Surprize (1780 ship)
|Owner:||Calvert & Co.|
|Captured:||1799 in the Bay of Bengal|
|General characteristics |
|Tons burthen:||394, or 402 (bm)|
|Beam:||29 feet 5 inches (9.0 m)|
|Depth of hold:||13 feet 3 inches (4.0 m)|
Surprize was a three-deck merchant vessel launched in 1780 that made five voyages as a packet ship under charter to the British East India Company (EIC). The fourth of which was subsequent to her participating in the notorious Second Fleet transporting convicts to Port Jackson (EIC). Her fifth voyage for the EIC was subsequent to her second voyage transporting convicts to Australia. In 1799 a French frigate captured her in the Bay of Bengal.
First EIC voyage (1783)
Second EIC voyage (1785)
Captain Asquith sailed for Bengal, leaving Britain on 23 January 1784. She may have left as late as 29 April. She arrived at Calcutta by 9 September, bringing with her "a variety of articles, as well useful as curious". Surprize arrived back in Britain on 16 May 1785.
Third EIC voyage
Second Fleet and fourth EIC voyage (1790-91)
It is not clear when Surprize returned to Britain. She was in Britain in 1789, being repaired by Calvert (her owner). At that time her measurements were taken. Her entry in Lloyd's Register for 1789 has an addendum showing that she would be sailing for Botany Bay. Camden, Calvert & King, contracted to transport, clothe and feed convicts for a flat fee of £17 7s. 6d per head, whether they landed alive or not.
In company with Neptune and Scarborough, she sailed from England with 254 male convicts on 19 January 1790. Her master was Nicholas Anstis, formerly chief mate on Lady Penrhyn in the First Fleet, and surgeon was William Waters.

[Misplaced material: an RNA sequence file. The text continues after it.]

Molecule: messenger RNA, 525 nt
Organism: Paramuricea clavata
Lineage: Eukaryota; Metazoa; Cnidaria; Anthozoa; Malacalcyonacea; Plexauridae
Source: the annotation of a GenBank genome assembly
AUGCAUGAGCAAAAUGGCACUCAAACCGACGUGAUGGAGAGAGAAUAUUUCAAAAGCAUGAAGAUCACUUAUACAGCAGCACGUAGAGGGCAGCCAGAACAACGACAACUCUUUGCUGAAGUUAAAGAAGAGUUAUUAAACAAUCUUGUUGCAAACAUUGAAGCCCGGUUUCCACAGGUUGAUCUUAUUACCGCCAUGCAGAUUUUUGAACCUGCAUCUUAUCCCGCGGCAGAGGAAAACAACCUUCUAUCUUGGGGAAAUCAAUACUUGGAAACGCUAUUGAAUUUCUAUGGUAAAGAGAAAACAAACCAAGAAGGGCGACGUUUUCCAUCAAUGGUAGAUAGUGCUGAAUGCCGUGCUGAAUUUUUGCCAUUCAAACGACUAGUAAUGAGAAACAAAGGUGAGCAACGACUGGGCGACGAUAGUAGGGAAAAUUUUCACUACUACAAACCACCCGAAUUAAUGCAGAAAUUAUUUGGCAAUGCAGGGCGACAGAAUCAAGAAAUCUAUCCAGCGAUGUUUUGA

At 394 tons (bm), Surprize was the smallest ship of the fleet, and was an unsuitable vessel for so long a voyage, proving to be a wet ship even in moderate weather. In rough seas and heavy gales the convicts "were considerably above their waists in water", according to the commander of the guards.
She arrived at the Cape of Good Hope on 13 April 1790, and spent sixteen days there, taking on provisions. She was parted from her consorts in heavy weather and came in sight of Port Jackson on 23 June. Contrary winds blew her out to sea again and she did not make port until 26 June, 158 days after having left England. During the voyage 36 convicts died (14%), and 121 (48%) were sick when landed.
From Port Jackson Surprize first sailed to Norfolk Island. She then sailed to Canton to load tea for the EIC for the return journey to Britain. On the way Anstis sighted, identified as an island, and named Montague Island ( ) after George Montagu-Dunk, 2nd Earl of Halifax.
In 1791 and 1793, Surprize made two voyages as a slave ship. Her master for both voyages was J. Martin, though "Cambell" succeeded him during the second. A database of slave voyages by London-based ships gives Surprize's owners as Anthony Calvert, Thomas King, and William Campbell. She transported the slaves from the Gold Coast to Jamaica.
Second convict transport and fifth EIC voyage (1794-96)